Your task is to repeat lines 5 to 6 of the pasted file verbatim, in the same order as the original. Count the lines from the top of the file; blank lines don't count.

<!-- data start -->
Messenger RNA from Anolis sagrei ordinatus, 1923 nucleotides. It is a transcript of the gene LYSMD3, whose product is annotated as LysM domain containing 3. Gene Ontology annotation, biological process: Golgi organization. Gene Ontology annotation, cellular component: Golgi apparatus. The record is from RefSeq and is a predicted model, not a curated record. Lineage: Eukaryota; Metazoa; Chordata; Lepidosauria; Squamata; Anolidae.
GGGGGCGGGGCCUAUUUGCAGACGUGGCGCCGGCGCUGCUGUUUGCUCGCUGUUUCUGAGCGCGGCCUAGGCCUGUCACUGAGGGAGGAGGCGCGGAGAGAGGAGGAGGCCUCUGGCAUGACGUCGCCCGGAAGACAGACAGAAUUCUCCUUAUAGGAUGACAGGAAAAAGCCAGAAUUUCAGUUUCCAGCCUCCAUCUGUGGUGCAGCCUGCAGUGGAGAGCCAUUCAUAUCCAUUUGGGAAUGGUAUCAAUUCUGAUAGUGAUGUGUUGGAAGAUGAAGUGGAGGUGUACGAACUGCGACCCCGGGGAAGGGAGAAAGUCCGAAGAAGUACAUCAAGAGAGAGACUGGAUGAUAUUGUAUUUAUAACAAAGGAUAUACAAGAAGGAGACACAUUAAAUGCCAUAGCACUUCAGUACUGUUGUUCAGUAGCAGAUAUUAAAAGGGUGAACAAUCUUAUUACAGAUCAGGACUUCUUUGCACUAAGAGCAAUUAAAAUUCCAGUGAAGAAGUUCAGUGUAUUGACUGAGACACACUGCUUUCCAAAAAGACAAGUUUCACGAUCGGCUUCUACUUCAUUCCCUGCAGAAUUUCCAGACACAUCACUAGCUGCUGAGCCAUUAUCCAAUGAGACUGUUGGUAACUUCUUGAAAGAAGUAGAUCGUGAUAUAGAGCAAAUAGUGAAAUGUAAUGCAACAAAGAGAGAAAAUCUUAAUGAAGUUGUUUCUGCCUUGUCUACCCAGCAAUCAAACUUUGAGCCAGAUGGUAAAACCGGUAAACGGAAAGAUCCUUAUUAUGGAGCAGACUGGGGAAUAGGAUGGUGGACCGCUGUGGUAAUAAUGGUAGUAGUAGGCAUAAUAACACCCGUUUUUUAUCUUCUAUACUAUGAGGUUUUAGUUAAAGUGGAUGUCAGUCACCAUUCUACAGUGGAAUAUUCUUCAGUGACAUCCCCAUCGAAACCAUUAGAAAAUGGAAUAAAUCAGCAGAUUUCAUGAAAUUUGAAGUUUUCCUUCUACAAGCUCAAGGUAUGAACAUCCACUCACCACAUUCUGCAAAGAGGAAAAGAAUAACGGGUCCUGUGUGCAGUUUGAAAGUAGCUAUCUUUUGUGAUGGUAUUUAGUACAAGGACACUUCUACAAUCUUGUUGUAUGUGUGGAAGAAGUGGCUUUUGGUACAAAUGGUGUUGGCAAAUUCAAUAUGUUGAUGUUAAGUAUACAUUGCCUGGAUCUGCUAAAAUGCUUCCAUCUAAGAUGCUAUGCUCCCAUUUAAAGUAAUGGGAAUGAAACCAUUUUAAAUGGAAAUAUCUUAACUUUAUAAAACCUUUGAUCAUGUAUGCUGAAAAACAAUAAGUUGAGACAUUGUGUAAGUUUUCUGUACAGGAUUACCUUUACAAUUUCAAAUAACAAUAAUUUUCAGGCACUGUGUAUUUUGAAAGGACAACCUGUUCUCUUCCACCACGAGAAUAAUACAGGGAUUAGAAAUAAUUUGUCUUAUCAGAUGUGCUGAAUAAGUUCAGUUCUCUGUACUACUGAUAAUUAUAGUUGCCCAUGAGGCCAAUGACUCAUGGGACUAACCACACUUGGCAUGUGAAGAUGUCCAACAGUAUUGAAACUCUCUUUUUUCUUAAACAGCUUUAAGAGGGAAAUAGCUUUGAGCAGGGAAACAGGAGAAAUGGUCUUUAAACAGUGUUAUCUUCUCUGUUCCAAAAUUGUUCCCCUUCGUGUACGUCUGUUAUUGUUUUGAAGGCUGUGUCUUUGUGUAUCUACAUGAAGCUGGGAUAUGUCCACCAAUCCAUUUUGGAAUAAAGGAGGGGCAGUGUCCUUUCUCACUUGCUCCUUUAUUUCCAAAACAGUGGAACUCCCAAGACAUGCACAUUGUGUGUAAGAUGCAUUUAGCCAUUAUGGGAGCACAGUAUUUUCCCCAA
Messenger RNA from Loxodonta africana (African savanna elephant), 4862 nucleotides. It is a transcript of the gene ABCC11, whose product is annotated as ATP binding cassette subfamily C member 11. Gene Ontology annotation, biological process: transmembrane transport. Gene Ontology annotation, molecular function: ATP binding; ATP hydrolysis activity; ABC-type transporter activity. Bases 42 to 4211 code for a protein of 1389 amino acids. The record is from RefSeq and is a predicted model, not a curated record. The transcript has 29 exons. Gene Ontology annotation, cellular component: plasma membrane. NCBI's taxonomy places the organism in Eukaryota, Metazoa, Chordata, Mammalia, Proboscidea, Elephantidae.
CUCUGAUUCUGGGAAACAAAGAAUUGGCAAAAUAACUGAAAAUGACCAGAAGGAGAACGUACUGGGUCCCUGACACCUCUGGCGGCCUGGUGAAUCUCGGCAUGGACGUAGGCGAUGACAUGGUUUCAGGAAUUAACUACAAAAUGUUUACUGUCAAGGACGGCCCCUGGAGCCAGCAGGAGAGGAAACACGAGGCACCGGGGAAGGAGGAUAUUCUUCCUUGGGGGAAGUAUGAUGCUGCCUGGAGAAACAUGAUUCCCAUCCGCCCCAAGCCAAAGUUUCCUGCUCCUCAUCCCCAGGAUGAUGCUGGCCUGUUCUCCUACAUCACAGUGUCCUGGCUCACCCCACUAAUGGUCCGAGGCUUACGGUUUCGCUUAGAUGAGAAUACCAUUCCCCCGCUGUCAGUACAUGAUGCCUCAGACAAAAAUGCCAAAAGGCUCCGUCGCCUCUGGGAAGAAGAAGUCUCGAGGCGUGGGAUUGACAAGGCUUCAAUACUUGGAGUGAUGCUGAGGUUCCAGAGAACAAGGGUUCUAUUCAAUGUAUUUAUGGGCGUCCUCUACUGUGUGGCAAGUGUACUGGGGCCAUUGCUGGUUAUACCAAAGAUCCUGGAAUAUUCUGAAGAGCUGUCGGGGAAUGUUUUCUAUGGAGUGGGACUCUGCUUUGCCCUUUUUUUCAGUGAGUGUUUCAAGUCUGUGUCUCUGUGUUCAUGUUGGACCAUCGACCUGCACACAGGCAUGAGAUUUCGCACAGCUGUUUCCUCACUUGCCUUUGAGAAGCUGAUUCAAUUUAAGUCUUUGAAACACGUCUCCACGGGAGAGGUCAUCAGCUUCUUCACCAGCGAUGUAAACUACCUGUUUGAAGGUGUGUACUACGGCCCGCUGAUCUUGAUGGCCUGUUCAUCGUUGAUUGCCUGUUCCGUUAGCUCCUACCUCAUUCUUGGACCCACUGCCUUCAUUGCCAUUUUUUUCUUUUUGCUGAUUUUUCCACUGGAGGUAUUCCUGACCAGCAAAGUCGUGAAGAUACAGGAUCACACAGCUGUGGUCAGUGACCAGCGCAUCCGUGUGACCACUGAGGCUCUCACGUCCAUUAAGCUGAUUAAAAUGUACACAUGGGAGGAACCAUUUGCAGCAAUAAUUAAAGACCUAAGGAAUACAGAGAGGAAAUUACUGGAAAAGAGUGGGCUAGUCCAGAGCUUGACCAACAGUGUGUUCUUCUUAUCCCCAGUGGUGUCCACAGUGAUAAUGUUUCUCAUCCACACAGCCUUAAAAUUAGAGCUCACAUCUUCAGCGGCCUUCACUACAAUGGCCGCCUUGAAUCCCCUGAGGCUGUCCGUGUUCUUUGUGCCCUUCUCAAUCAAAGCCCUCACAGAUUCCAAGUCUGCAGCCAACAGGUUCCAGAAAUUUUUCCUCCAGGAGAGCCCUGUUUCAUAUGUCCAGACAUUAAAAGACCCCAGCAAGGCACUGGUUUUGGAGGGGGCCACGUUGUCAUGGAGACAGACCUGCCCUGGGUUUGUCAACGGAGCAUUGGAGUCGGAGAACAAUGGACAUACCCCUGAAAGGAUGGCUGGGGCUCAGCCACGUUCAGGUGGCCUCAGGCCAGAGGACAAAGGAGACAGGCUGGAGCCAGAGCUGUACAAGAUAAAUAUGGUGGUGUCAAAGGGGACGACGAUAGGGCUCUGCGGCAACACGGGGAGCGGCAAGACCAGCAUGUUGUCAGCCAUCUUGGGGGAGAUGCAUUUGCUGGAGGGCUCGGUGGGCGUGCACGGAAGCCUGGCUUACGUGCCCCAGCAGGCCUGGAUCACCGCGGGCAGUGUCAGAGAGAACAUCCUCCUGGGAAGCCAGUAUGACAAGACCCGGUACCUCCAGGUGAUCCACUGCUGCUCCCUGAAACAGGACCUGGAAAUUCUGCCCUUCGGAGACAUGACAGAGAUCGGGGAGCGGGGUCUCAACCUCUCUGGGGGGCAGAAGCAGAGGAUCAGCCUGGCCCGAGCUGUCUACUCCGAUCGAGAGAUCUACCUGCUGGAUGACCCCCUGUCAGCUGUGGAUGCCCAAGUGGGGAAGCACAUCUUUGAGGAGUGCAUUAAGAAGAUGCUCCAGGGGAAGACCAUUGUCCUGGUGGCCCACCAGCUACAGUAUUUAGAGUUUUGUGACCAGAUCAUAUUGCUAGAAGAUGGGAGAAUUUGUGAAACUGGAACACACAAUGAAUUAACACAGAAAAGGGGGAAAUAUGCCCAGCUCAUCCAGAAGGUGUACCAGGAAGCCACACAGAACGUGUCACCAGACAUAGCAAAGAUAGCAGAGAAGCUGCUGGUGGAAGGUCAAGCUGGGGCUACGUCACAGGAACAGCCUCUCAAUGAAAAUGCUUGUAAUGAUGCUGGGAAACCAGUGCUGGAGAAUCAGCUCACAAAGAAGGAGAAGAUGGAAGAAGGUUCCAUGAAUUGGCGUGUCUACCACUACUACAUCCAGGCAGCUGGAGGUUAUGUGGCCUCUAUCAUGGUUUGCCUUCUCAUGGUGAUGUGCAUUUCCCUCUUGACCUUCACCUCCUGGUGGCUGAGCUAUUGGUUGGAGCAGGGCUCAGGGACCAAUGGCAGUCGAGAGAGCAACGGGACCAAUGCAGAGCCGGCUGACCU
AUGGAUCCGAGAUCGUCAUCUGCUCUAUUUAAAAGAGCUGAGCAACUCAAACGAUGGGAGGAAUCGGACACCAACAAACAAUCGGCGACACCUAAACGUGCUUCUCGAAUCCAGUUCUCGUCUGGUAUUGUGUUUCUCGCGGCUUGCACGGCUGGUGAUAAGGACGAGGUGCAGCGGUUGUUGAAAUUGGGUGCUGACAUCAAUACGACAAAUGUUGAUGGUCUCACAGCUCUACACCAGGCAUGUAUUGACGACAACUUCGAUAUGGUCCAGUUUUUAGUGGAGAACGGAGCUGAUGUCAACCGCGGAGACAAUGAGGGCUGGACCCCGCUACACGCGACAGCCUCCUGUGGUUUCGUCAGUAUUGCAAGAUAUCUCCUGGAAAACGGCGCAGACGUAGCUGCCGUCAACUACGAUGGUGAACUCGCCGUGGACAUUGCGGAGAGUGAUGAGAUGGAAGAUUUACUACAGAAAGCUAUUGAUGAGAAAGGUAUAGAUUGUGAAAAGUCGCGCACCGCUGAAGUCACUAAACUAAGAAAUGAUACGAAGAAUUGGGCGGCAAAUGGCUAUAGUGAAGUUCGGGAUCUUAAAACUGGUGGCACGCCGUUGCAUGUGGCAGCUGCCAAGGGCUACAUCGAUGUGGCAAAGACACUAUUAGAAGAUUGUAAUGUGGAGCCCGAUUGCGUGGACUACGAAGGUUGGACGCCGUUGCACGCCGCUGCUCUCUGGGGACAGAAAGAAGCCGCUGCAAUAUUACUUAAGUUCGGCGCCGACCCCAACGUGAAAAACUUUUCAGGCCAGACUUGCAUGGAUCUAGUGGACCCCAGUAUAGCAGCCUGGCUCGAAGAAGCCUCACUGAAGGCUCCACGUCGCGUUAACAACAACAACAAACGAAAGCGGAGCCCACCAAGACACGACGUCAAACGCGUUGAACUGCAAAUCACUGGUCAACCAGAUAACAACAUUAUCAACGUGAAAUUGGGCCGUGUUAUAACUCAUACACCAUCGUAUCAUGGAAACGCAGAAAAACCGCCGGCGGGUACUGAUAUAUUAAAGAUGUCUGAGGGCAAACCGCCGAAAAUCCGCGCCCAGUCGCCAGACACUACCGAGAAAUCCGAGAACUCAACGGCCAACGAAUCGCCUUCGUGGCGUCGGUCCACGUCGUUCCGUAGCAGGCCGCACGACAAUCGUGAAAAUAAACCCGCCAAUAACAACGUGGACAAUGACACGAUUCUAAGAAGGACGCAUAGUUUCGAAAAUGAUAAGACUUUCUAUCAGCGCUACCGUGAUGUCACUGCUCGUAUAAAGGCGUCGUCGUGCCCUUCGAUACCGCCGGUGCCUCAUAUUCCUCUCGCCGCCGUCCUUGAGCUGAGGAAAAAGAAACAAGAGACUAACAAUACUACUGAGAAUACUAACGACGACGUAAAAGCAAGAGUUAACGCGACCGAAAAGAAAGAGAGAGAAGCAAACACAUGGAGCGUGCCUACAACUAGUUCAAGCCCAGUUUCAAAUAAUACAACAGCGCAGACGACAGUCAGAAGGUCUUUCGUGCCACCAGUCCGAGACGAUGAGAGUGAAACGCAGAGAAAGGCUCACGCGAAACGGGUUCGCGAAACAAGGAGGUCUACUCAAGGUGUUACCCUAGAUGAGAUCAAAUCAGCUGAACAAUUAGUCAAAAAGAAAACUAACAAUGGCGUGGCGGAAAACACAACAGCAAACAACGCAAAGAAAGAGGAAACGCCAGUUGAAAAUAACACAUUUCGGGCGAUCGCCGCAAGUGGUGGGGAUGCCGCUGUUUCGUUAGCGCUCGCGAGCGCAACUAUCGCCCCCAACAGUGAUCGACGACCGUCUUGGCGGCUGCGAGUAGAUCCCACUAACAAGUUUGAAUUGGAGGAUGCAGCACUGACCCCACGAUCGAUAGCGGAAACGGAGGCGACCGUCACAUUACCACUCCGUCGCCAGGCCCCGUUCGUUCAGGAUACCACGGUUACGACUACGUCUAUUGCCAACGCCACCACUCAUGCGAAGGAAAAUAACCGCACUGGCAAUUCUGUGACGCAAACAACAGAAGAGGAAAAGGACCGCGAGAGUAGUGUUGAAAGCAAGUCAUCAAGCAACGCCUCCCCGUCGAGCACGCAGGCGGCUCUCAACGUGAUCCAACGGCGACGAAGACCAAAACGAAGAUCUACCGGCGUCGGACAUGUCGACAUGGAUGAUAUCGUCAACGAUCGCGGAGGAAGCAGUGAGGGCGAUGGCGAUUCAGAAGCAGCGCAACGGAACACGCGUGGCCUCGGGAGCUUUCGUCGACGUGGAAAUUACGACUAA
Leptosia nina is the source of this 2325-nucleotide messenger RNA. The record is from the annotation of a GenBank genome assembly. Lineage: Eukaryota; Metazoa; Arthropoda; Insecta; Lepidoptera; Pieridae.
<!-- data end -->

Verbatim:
AUGGAUCCGAGAUCGUCAUCUGCUCUAUUUAAAAGAGCUGAGCAACUCAAACGAUGGGAGGAAUCGGACACCAACAAACAAUCGGCGACACCUAAACGUGCUUCUCGAAUCCAGUUCUCGUCUGGUAUUGUGUUUCUCGCGGCUUGCACGGCUGGUGAUAAGGACGAGGUGCAGCGGUUGUUGAAAUUGGGUGCUGACAUCAAUACGACAAAUGUUGAUGGUCUCACAGCUCUACACCAGGCAUGUAUUGACGACAACUUCGAUAUGGUCCAGUUUUUAGUGGAGAACGGAGCUGAUGUCAACCGCGGAGACAAUGAGGGCUGGACCCCGCUACACGCGACAGCCUCCUGUGGUUUCGUCAGUAUUGCAAGAUAUCUCCUGGAAAACGGCGCAGACGUAGCUGCCGUCAACUACGAUGGUGAACUCGCCGUGGACAUUGCGGAGAGUGAUGAGAUGGAAGAUUUACUACAGAAAGCUAUUGAUGAGAAAGGUAUAGAUUGUGAAAAGUCGCGCACCGCUGAAGUCACUAAACUAAGAAAUGAUACGAAGAAUUGGGCGGCAAAUGGCUAUAGUGAAGUUCGGGAUCUUAAAACUGGUGGCACGCCGUUGCAUGUGGCAGCUGCCAAGGGCUACAUCGAUGUGGCAAAGACACUAUUAGAAGAUUGUAAUGUGGAGCCCGAUUGCGUGGACUACGAAGGUUGGACGCCGUUGCACGCCGCUGCUCUCUGGGGACAGAAAGAAGCCGCUGCAAUAUUACUUAAGUUCGGCGCCGACCCCAACGUGAAAAACUUUUCAGGCCAGACUUGCAUGGAUCUAGUGGACCCCAGUAUAGCAGCCUGGCUCGAAGAAGCCUCACUGAAGGCUCCACGUCGCGUUAACAACAACAACAAACGAAAGCGGAGCCCACCAAGACACGACGUCAAACGCGUUGAACUGCAAAUCACUGGUCAACCAGAUAACAACAUUAUCAACGUGAAAUUGGGCCGUGUUAUAACUCAUACACCAUCGUAUCAUGGAAACGCAGAAAAACCGCCGGCGGGUACUGAUAUAUUAAAGAUGUCUGAGGGCAAACCGCCGAAAAUCCGCGCCCAGUCGCCAGACACUACCGAGAAAUCCGAGAACUCAACGGCCAACGAAUCGCCUUCGUGGCGUCGGUCCACGUCGUUCCGUAGCAGGCCGCACGACAAUCGUGAAAAUAAACCCGCCAAUAACAACGUGGACAAUGACACGAUUCUAAGAAGGACGCAUAGUUUCGAAAAUGAUAAGACUUUCUAUCAGCGCUACCGUGAUGUCACUGCUCGUAUAAAGGCGUCGUCGUGCCCUUCGAUACCGCCGGUGCCUCAUAUUCCUCUCGCCGCCGUCCUUGAGCUGAGGAAAAAGAAACAAGAGACUAACAAUACUACUGAGAAUACUAACGACGACGUAAAAGCAAGAGUUAACGCGACCGAAAAGAAAGAGAGAGAAGCAAACACAUGGAGCGUGCCUACAACUAGUUCAAGCCCAGUUUCAAAUAAUACAACAGCGCAGACGACAGUCAGAAGGUCUUUCGUGCCACCAGUCCGAGACGAUGAGAGUGAAACGCAGAGAAAGGCUCACGCGAAACGGGUUCGCGAAACAAGGAGGUCUACUCAAGGUGUUACCCUAGAUGAGAUCAAAUCAGCUGAACAAUUAGUCAAAAAGAAAACUAACAAUGGCGUGGCGGAAAACACAACAGCAAACAACGCAAAGAAAGAGGAAACGCCAGUUGAAAAUAACACAUUUCGGGCGAUCGCCGCAAGUGGUGGGGAUGCCGCUGUUUCGUUAGCGCUCGCGAGCGCAACUAUCGCCCCCAACAGUGAUCGACGACCGUCUUGGCGGCUGCGAGUAGAUCCCACUAACAAGUUUGAAUUGGAGGAUGCAGCACUGACCCCACGAUCGAUAGCGGAAACGGAGGCGACCGUCACAUUACCACUCCGUCGCCAGGCCCCGUUCGUUCAGGAUACCACGGUUACGACUACGUCUAUUGCCAACGCCACCACUCAUGCGAAGGAAAAUAACCGCACUGGCAAUUCUGUGACGCAAACAACAGAAGAGGAAAAGGACCGCGAGAGUAGUGUUGAAAGCAAGUCAUCAAGCAACGCCUCCCCGUCGAGCACGCAGGCGGCUCUCAACGUGAUCCAACGGCGACGAAGACCAAAACGAAGAUCUACCGGCGUCGGACAUGUCGACAUGGAUGAUAUCGUCAACGAUCGCGGAGGAAGCAGUGAGGGCGAUGGCGAUUCAGAAGCAGCGCAACGGAACACGCGUGGCCUCGGGAGCUUUCGUCGACGUGGAAAUUACGACUAA
Leptosia nina is the source of this 2325-nucleotide messenger RNA. The record is from the annotation of a GenBank genome assembly. Lineage: Eukaryota; Metazoa; Arthropoda; Insecta; Lepidoptera; Pieridae.